Will My Message Get Through the Noise?

In a former article about intercultural communication, we already mentioned some important sources of noise in the communication process: stereotypes, prejudices and other cultural variables such as non-verbal differences, differences in codification and decodification of symbols, differences in family structure or interpersonal relationships and differences in linguistic skills between the participants in the communication process.

We saw that it helps to try to slip into the shoes of the other in order to learn to codify our messages and to decodify the other’s messagesadequately. A sound knowledge of the own culture is regarded as the best way of preparing the field for the understanding of other cultures.
Communication usually takes place within a social cultural system which according to Vicente Romano[1] is defined by economic, political and social or cultural variables and is constantly re-defining them in a dynamic process.

Language itself is one of these cultural variables and deserves a special consideration. In the last decades, several authors have written about the linguistic intoxication which referrs to what Hermann Hesse in his last novel The Glass Bead Game once called the inflation of the concepts during the age of the feulleton[2] .
Citing the brazilian author Millor Fernandes, Eduardo Galeano  wrote in an article back in 2002: “In order to ignore reality, the ostrich buries his head in the tv set.”[3]
The kind of intercultural communication we are talking about here is the communication between a few powerful people and the exploited masses. It is manipulation and takes place through the mass media, especially through the news programs on television and radio. Here, language isn’t used any more to describe reality as it is, instead it serves to cover reality through euphemistic expressions. For example, the bribes politicians receive are called “contributions”, the treasons they commit are called “pragmatism”. When we hear “the international community demands” we should hear the financial dictatorship imposes.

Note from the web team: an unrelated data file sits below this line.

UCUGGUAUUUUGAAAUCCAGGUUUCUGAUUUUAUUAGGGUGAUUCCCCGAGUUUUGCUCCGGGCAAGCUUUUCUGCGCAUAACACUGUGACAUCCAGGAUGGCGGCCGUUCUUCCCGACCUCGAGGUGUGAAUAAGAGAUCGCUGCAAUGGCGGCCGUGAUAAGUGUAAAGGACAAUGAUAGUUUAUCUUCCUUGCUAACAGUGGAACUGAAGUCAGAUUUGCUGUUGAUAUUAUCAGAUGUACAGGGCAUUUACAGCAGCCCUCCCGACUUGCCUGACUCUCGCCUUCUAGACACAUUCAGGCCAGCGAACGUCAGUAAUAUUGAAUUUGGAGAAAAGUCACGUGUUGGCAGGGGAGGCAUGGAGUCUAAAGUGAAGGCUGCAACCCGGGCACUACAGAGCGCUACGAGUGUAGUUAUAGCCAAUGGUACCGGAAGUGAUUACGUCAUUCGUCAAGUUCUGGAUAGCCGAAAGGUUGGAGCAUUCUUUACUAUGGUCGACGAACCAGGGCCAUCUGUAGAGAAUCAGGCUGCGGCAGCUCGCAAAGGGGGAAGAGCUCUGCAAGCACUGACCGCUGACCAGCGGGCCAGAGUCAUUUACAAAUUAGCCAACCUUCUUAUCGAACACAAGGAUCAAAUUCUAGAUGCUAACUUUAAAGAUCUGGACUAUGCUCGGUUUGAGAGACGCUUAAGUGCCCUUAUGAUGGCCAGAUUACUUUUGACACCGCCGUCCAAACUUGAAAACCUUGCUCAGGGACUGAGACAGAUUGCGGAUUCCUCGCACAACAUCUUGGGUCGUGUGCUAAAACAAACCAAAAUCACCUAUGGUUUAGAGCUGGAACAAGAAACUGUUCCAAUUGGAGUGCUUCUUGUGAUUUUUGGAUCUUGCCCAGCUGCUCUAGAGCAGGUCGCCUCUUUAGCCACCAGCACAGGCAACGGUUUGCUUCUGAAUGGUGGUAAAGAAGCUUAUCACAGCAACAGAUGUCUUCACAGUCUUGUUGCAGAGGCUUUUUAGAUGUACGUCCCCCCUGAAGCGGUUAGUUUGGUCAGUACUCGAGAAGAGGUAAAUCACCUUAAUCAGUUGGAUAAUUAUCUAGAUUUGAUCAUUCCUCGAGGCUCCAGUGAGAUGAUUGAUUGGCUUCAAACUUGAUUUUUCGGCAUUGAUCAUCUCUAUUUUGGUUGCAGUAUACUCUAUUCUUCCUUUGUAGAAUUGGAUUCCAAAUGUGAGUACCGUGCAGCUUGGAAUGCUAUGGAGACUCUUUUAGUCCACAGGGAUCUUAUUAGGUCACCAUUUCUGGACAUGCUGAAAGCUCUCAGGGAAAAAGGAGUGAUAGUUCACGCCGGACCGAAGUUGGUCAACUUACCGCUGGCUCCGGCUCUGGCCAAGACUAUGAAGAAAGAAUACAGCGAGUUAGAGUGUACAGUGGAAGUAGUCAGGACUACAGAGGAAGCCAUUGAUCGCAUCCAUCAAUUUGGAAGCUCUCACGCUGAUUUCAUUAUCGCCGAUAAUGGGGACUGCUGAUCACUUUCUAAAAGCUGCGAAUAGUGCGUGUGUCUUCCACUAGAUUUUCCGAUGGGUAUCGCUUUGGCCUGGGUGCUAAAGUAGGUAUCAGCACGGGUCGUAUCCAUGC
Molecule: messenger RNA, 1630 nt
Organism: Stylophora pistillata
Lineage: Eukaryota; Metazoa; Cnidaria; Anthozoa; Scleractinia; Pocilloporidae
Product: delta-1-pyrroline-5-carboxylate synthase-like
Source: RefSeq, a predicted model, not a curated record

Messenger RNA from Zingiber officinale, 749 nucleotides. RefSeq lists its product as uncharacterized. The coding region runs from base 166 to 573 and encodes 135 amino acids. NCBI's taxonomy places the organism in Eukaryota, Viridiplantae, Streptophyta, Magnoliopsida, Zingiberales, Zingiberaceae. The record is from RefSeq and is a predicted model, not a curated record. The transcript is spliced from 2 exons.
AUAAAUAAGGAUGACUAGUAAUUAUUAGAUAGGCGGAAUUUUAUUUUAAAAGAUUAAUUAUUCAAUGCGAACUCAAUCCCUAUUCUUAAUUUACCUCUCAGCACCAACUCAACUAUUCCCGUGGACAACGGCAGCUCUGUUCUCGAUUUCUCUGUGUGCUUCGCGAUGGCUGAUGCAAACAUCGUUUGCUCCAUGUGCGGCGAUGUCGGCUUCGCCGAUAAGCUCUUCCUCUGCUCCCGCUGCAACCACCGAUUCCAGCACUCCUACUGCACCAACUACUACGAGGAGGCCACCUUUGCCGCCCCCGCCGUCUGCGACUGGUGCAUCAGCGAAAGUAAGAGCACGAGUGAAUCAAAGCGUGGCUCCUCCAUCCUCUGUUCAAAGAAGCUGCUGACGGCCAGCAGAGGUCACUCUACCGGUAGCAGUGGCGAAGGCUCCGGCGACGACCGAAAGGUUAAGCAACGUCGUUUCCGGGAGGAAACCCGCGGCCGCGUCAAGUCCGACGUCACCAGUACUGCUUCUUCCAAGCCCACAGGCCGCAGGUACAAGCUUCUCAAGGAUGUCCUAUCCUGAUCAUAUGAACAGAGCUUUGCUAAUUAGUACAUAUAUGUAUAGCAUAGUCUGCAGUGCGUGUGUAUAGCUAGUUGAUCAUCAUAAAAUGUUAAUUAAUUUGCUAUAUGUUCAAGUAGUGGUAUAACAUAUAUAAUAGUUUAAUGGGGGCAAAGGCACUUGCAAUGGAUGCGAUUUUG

These are examples of modern news programs, but the manipulative use of language is not an recent invention. On September 2, 1898, the battle of Omdurman took place between english-egyptian forces and the native population of the Sudan. 48 english soldiers died, while 27,000 people from Sudan were killed. The english government ‘explained’: “We are civilizing the Sudan through commerce.” What they should have said is We are commercializing the Sudan through civilization.

In some theories of communication the use of euphemistic expressions in mass communication is called semantic noise. It produces a distortion of the transmitted information and can serve for disinformational strategies using maximimization, minimization or change of the sense of a certain event.

Furthermore, the persons in charge of the selection and writing of the news for the periodical  transmission on radio, television or via the written press are embeded in a social cultural system and have their personal political and social preferences. They decide, which event will be covered in the news and how it is done.